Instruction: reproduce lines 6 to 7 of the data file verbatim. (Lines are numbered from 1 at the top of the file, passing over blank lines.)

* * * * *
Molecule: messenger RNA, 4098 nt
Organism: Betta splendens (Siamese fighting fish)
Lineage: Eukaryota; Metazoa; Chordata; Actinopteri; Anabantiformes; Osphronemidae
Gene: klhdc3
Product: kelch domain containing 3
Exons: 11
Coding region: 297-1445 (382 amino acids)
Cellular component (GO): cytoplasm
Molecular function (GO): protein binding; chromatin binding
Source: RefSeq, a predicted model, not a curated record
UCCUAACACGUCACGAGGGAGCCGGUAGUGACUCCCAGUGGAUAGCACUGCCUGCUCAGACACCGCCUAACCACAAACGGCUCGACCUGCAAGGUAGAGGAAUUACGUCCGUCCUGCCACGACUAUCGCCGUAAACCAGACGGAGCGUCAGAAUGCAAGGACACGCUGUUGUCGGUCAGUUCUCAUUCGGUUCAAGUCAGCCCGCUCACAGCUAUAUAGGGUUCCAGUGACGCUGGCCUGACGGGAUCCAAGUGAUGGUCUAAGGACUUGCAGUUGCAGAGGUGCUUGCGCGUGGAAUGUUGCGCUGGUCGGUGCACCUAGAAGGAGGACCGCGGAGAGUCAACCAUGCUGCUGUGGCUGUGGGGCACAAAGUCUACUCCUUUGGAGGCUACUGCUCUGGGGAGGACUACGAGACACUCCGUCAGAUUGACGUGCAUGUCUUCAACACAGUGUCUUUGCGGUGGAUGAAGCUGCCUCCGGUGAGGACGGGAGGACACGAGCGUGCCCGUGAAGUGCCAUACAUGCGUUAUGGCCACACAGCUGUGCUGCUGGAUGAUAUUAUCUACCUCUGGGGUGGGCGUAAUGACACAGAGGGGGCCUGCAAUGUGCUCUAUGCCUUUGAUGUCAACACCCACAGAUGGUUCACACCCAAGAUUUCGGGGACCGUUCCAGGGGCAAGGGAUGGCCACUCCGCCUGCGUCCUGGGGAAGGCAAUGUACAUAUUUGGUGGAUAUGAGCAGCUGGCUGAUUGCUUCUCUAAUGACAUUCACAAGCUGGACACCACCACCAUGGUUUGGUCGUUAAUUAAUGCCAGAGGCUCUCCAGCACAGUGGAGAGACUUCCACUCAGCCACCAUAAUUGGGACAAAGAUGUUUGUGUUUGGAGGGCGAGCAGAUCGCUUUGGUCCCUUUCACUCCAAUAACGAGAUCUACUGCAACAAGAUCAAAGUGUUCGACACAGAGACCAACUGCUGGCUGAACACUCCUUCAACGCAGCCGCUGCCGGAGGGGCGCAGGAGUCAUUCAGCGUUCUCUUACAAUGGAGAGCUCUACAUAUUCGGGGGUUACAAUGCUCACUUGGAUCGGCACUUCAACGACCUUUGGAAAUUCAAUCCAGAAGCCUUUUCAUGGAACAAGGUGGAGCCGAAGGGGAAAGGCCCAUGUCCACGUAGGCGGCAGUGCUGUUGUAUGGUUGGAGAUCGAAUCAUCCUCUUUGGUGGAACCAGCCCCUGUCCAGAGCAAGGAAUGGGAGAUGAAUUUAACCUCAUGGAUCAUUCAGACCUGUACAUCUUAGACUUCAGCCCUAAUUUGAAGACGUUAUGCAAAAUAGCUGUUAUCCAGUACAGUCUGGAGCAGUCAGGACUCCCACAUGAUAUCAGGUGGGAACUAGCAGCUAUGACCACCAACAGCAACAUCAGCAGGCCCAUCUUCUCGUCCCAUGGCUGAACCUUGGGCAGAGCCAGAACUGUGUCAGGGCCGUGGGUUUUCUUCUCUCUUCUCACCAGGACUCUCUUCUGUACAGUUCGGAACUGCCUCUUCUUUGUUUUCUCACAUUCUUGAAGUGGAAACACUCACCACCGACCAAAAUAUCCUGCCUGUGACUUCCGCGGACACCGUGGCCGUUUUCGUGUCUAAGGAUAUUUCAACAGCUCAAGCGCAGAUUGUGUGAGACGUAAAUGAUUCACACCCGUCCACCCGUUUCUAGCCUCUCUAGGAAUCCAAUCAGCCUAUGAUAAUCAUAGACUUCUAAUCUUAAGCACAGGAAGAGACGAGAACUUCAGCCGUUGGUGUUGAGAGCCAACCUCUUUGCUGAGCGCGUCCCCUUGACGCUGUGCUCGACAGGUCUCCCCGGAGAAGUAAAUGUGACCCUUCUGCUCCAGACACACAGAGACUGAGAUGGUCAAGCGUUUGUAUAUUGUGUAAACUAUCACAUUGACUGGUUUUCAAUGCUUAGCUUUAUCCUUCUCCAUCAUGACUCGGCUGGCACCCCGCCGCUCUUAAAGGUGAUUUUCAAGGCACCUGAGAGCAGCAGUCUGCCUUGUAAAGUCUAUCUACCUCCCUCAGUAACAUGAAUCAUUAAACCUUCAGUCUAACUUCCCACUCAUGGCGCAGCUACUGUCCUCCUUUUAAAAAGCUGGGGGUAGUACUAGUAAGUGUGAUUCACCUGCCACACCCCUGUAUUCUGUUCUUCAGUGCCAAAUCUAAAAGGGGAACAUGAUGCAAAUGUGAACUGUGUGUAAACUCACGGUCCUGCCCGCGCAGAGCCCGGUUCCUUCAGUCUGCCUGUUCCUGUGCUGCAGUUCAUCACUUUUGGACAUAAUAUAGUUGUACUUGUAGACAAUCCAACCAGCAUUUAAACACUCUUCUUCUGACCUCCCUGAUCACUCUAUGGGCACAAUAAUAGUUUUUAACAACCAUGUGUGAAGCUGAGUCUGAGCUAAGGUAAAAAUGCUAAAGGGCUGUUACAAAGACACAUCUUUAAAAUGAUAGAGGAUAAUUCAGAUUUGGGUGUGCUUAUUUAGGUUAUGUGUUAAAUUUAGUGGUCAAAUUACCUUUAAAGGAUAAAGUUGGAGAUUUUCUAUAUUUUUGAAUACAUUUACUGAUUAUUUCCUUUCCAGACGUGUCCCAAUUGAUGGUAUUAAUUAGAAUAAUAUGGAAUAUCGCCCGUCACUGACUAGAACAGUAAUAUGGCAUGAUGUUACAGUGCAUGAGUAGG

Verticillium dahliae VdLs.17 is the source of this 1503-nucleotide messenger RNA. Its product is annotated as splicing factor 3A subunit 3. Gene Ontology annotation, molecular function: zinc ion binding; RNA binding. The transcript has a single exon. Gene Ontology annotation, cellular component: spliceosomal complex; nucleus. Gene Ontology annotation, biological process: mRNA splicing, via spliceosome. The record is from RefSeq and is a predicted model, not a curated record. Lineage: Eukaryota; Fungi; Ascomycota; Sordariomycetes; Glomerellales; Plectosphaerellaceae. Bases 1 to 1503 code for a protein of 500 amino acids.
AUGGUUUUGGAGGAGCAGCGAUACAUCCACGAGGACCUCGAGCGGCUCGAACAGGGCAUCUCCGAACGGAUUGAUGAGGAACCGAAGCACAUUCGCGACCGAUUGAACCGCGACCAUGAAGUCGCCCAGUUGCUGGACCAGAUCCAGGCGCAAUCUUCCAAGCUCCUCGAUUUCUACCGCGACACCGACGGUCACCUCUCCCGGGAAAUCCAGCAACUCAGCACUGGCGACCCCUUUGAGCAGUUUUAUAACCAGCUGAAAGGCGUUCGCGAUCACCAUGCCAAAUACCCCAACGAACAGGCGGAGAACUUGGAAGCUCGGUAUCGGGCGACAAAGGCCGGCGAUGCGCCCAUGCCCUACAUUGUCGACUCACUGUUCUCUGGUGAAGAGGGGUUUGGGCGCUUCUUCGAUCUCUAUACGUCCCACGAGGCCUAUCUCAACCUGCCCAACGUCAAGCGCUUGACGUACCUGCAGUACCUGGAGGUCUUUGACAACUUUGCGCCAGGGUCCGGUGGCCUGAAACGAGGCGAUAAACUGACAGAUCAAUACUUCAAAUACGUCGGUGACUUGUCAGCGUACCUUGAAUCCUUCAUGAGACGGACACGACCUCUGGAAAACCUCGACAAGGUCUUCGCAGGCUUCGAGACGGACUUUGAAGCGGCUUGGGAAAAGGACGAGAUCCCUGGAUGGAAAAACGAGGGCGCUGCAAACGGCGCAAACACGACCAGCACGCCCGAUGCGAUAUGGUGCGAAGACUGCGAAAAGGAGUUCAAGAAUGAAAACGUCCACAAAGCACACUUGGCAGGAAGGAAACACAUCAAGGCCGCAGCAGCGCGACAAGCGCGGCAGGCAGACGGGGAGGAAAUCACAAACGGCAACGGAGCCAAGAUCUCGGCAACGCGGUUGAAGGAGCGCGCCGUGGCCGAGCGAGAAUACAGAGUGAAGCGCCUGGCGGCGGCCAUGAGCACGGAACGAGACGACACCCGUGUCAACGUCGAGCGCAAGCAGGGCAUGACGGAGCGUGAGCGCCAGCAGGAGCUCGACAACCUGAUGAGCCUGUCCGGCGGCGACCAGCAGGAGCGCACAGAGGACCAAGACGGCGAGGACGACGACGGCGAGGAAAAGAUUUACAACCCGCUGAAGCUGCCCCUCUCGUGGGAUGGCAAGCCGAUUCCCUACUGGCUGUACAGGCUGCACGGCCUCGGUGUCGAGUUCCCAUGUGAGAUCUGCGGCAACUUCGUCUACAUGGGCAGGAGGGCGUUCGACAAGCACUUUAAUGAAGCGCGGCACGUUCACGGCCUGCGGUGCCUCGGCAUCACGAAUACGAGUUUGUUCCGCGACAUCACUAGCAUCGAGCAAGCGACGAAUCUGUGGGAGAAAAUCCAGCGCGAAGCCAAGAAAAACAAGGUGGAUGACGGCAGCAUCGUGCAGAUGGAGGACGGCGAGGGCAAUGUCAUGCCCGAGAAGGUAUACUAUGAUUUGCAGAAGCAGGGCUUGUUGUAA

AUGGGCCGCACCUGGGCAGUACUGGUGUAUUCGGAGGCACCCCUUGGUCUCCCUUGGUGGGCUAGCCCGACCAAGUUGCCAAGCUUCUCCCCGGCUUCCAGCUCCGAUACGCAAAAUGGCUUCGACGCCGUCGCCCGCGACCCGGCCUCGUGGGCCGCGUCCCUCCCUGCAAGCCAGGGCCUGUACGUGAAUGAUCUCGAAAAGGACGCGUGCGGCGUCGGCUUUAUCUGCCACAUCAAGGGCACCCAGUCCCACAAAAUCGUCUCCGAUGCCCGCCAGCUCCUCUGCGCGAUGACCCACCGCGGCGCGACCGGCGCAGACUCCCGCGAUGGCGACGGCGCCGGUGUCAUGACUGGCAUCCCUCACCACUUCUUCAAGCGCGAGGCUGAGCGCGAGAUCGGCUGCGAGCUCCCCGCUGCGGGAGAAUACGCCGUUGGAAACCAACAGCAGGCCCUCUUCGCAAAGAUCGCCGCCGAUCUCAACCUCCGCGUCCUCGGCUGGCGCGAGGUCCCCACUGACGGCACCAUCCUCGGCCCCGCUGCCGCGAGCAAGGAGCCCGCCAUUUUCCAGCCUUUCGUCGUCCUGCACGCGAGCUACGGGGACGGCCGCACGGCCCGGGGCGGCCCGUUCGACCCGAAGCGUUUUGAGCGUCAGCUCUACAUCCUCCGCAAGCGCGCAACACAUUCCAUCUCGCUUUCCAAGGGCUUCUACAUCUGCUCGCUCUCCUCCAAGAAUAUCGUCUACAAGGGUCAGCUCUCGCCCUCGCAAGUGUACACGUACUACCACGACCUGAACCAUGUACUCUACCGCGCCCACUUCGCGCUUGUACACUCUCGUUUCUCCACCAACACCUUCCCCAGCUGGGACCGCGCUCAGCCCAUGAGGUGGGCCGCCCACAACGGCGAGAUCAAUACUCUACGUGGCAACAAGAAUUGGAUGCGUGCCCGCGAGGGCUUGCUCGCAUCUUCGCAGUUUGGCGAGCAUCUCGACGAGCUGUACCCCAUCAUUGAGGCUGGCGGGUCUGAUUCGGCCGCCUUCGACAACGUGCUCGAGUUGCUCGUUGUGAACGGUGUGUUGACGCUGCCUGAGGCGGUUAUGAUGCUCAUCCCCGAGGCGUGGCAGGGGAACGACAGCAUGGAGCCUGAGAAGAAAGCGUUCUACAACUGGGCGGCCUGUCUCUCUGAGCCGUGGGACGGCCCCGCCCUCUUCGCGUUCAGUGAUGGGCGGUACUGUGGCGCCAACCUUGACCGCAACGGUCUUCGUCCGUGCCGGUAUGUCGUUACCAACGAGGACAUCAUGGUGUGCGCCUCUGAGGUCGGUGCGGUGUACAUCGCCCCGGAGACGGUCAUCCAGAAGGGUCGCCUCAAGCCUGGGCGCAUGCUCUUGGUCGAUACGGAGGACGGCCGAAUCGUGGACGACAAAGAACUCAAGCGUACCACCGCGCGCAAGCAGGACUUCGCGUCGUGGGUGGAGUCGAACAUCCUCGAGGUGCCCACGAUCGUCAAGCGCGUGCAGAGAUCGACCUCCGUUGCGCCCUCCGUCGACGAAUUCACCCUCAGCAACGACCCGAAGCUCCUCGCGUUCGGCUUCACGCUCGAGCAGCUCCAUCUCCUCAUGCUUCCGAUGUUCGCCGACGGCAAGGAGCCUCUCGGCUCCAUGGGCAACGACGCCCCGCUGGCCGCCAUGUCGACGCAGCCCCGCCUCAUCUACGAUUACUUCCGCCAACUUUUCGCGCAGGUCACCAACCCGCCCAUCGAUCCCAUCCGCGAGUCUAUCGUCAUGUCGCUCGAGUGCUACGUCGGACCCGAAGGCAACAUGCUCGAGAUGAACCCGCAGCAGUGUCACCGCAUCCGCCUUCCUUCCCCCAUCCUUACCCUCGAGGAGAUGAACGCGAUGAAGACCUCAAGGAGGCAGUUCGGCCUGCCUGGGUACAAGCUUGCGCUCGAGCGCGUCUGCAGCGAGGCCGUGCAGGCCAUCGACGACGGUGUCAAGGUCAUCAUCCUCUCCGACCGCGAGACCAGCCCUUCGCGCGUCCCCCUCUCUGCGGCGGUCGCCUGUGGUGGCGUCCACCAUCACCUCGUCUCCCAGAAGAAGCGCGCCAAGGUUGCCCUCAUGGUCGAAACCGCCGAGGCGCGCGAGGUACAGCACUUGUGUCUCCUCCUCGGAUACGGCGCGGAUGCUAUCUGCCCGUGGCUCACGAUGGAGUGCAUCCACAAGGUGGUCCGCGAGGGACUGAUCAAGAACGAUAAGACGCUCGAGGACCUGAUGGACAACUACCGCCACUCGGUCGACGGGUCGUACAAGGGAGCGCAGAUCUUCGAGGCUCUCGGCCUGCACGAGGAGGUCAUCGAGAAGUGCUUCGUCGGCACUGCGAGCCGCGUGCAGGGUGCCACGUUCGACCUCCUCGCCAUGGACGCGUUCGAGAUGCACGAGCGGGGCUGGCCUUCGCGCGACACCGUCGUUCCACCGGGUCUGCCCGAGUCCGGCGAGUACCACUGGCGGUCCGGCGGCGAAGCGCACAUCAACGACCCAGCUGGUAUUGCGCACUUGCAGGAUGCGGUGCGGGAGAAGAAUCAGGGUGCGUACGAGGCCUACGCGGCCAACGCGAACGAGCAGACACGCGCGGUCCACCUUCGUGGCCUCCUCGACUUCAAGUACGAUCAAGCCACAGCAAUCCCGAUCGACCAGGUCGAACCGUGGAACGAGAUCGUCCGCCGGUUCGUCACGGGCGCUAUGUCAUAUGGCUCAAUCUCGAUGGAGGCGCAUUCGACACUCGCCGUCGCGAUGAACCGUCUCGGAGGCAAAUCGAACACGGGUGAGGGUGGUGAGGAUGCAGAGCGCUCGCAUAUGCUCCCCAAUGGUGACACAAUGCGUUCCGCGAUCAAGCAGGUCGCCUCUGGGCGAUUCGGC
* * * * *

Exons: 11
Coding region: 297-1445 (382 amino acids)